Sheila Sybrant

Forget the “I Voted” stickers. No dedicated couch potatoes are going to hoist themselves from their perches on the couch for an adhesive-backed piece of paper.

If we really want to motivate citizens to vote, we’ll have to get out the big guns. Technically, what we’ll have to get out are the big rolls.

Rolls of toilet paper, that is. Yes, the most motivational prize right now — not just for voting but for virtually anything — is toilet paper.

As COVID-19 rages throughout the United States, the response of Americans has been to rush to stores to stock up on bathroom tissue. News media have been reporting on this hoarding response for a while, but it wasn’t until this past week, when I went to the bulk-item store where I have a membership to do my regular stocking up, that I saw the phenomenon for myself.

One of my regular stock-up items is toilet paper. Always before, packages containing numerous rolls have been stacked high and wide on pallets in the warehouse-type establishment. The day I went, bare space greeted me.

Signs hanging from the shelves told customers that they were limited to two “ginormous” (I added the adjective) packages per day, but those signs were moot as there wasn’t anything available to buy.

I did find some toilet paper at one of the big-box retail stores nearby, although the shelves at that store were quite depleted.

My daughter, who lives in Texas, told me that she had to go to one of those large retail home improvement stores to purchase her toilet paper. I didn’t even know that those businesses sold toilet paper. Apparently, many other people don’t know, either, which is why there was still some left for my daughter to buy.

Toilet paper has become not only a fixation but also a valuable commodity in our society.

According to a BBC article, the target of thieves in Hong Kong was hundreds of toilet paper rolls. And according to a UPI odd news article by Ben Hooper, the owner of an arcade in England put toilet paper rolls in his claw machine instead of toys.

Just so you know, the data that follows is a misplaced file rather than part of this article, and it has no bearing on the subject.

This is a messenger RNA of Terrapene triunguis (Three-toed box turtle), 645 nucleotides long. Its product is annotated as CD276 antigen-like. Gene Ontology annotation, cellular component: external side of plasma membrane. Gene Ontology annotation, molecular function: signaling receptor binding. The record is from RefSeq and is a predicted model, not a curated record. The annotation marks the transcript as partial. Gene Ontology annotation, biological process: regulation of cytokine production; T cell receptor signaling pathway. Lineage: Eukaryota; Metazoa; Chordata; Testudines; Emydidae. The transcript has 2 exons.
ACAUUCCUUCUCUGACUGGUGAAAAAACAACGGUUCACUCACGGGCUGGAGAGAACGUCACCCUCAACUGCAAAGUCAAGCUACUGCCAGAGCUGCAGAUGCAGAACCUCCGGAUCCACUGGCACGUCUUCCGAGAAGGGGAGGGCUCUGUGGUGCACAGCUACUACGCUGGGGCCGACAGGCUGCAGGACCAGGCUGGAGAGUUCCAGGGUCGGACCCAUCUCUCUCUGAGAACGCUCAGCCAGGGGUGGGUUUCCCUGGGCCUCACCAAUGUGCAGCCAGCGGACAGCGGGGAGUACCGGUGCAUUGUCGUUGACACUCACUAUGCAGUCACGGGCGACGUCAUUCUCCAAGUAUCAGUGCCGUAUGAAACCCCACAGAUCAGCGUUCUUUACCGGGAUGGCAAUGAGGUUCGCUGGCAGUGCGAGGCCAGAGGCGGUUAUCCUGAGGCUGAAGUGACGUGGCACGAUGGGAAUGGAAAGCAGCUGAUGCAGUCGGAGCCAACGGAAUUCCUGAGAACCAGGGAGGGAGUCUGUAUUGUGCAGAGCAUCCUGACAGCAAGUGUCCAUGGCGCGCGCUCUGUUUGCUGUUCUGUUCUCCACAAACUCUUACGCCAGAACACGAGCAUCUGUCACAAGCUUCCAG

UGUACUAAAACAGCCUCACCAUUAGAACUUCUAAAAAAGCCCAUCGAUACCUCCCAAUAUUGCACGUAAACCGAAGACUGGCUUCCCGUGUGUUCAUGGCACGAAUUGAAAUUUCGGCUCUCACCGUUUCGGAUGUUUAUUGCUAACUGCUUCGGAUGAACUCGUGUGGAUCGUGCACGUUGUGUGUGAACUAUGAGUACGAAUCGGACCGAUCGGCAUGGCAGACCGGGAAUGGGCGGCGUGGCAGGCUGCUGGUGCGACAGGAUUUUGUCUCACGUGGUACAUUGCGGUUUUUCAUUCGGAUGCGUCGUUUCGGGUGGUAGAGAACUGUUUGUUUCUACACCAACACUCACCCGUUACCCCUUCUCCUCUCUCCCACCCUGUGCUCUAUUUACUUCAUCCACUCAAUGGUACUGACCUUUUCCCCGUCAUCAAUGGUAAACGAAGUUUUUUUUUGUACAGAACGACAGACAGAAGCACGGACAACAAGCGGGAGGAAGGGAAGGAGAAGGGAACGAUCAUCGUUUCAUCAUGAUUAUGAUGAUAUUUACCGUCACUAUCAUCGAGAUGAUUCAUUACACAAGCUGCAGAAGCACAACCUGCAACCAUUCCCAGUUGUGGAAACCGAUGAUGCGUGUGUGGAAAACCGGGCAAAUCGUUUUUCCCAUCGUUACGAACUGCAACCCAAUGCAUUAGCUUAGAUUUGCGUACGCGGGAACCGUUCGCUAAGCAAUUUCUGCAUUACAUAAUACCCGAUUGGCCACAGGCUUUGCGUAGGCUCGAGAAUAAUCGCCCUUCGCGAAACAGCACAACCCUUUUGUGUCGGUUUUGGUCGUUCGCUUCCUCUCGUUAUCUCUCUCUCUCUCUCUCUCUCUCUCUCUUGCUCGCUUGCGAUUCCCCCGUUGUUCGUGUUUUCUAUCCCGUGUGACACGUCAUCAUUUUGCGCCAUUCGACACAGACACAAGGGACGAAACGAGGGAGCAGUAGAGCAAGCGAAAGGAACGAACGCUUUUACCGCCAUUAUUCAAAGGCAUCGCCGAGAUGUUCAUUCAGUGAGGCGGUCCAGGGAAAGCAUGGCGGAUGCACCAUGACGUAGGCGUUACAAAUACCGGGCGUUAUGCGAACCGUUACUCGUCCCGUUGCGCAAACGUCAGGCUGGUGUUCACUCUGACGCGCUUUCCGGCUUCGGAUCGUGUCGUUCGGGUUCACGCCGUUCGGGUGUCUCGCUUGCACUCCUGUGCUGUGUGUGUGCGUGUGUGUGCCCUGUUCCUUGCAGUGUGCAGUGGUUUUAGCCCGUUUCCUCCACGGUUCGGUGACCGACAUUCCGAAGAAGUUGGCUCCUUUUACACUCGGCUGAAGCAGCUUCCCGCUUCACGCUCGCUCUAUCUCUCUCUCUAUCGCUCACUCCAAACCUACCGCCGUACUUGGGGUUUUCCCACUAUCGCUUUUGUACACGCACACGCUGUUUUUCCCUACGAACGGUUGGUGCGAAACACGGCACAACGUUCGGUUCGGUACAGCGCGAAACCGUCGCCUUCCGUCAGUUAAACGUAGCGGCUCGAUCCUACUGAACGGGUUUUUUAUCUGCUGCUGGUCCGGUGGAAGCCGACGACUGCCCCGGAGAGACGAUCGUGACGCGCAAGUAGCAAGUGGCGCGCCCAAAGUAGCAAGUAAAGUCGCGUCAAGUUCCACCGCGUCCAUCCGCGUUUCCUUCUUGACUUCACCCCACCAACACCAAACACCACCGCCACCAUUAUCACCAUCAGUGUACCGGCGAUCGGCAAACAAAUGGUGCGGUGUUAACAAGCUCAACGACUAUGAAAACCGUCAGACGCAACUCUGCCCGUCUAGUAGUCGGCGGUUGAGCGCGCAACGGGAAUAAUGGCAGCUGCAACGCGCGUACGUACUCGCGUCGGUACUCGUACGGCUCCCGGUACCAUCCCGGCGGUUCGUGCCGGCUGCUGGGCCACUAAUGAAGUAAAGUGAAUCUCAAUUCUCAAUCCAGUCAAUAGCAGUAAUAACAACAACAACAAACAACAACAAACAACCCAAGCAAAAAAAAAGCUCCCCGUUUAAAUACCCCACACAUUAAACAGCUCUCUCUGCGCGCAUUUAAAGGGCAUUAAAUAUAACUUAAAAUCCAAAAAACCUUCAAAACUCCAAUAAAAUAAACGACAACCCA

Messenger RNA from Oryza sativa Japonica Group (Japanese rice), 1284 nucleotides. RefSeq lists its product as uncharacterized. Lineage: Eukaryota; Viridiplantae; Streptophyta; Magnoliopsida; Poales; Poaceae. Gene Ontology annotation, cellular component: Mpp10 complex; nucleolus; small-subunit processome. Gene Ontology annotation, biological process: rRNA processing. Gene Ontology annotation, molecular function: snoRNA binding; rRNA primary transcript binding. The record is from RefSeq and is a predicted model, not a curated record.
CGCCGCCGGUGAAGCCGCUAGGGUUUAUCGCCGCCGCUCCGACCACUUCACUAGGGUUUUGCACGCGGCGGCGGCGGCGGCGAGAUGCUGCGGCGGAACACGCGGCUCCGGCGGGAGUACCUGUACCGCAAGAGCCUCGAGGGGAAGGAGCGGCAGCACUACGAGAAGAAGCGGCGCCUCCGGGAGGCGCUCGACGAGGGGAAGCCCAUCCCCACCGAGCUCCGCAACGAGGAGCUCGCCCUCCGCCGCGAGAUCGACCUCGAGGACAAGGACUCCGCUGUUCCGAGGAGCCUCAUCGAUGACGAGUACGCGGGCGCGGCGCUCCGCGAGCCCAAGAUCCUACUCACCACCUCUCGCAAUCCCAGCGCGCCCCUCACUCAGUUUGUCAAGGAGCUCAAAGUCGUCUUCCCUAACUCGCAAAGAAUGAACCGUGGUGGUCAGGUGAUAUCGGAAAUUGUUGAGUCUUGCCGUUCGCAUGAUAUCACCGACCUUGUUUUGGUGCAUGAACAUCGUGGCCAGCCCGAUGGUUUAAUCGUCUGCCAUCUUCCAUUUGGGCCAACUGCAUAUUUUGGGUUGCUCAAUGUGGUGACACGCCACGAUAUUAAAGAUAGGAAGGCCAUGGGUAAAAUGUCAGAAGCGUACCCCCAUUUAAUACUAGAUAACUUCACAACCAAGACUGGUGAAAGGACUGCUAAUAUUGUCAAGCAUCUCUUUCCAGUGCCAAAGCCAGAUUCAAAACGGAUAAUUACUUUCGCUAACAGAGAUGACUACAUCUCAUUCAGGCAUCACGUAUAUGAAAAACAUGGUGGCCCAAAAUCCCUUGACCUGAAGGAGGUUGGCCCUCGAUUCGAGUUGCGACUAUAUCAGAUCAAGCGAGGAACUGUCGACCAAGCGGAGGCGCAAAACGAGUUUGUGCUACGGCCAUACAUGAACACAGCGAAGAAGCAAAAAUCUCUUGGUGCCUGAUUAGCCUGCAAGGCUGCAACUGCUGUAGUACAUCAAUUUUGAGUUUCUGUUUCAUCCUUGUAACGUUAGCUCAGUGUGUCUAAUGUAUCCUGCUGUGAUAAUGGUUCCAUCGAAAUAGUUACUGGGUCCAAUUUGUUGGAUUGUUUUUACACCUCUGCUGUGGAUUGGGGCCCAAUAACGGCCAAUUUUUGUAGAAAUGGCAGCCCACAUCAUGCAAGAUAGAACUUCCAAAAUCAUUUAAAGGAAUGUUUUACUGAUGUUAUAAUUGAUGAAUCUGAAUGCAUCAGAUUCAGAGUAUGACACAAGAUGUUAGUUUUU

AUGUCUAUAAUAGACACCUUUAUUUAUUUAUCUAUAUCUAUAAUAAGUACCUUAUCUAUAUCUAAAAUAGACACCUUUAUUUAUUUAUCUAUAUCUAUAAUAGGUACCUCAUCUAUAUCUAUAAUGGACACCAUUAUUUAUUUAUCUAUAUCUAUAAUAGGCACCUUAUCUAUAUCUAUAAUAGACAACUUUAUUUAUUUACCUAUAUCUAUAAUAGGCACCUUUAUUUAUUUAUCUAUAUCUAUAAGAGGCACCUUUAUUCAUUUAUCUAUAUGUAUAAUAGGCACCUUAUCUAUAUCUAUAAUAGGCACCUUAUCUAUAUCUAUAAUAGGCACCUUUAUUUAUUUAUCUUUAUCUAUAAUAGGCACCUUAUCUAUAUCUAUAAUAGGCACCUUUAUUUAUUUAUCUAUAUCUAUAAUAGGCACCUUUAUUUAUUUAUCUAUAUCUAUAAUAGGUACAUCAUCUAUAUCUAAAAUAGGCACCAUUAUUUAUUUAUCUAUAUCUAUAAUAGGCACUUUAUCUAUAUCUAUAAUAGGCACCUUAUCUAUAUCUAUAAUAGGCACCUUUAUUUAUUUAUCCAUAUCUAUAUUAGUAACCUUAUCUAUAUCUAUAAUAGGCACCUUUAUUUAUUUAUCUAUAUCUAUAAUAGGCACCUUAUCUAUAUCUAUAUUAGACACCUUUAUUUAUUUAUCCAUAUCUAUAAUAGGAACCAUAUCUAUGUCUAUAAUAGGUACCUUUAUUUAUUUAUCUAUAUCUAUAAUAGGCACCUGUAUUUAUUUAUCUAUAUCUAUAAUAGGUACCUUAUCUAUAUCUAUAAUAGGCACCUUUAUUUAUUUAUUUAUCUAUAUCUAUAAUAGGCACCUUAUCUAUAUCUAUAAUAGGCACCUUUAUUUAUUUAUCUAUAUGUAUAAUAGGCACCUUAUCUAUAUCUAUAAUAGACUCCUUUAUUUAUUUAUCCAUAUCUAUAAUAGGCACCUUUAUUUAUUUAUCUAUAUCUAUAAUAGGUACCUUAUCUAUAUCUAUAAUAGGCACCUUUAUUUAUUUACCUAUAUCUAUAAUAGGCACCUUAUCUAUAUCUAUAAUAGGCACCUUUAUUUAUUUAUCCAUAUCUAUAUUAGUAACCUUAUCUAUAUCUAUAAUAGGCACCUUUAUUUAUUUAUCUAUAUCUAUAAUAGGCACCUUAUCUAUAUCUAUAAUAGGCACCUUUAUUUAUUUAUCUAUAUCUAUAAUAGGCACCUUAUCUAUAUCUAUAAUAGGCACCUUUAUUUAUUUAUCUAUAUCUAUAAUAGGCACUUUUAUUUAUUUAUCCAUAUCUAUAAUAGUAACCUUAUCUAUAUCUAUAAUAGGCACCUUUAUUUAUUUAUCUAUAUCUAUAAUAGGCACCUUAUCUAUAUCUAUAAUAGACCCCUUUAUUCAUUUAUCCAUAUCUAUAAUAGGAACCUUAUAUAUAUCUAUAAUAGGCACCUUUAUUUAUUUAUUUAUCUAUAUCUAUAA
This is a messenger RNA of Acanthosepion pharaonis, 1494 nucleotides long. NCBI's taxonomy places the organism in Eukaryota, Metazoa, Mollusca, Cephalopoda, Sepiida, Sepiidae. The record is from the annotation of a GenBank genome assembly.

Stocking up on toilet paper doesn’t make sense from the perspective of the kind of disease that the coronavirus is — it’s a respiratory illness, not a gastrointestinal one.

So why the stockpiling? According to various media stories, the reasons include (1) concerns that there will be a shortage and (2) preparation in case of a quarantine.

Officials, according to media reports, say that there is no shortage, except for temporary ones caused by the stockpiling.

The preparedness aspect, though, is valid and one that I can relate to. Although I grew up in a suburb where stores were just minutes away, I now live in the country, quite a distance from the nearest grocery store and on often-impassable roads. Therefore, I have learned to keep necessities on hand.

At least, I’ve mostly learned. There have been times when I’ve had kids sick with a cold and no tissues on hand. And I’m certain there was a time when I ran out of toilet paper but had several cases of beans on the pantry shelf — not a good combo.

Overall, though, I have enough supplies to withstand an extended period of time at home, and that’s a good thing. You never know what will happen in life. Today it’s the coronavirus. Tomorrow … who knows?

So, hopefully, one thing that will last after the coronavirus has run its course is Americans’ desire to be prepared — on a continuing basis, though, and not all at once.

Readers may contact Sheila at or 45092 859th Road, Bassett, NE 68714.


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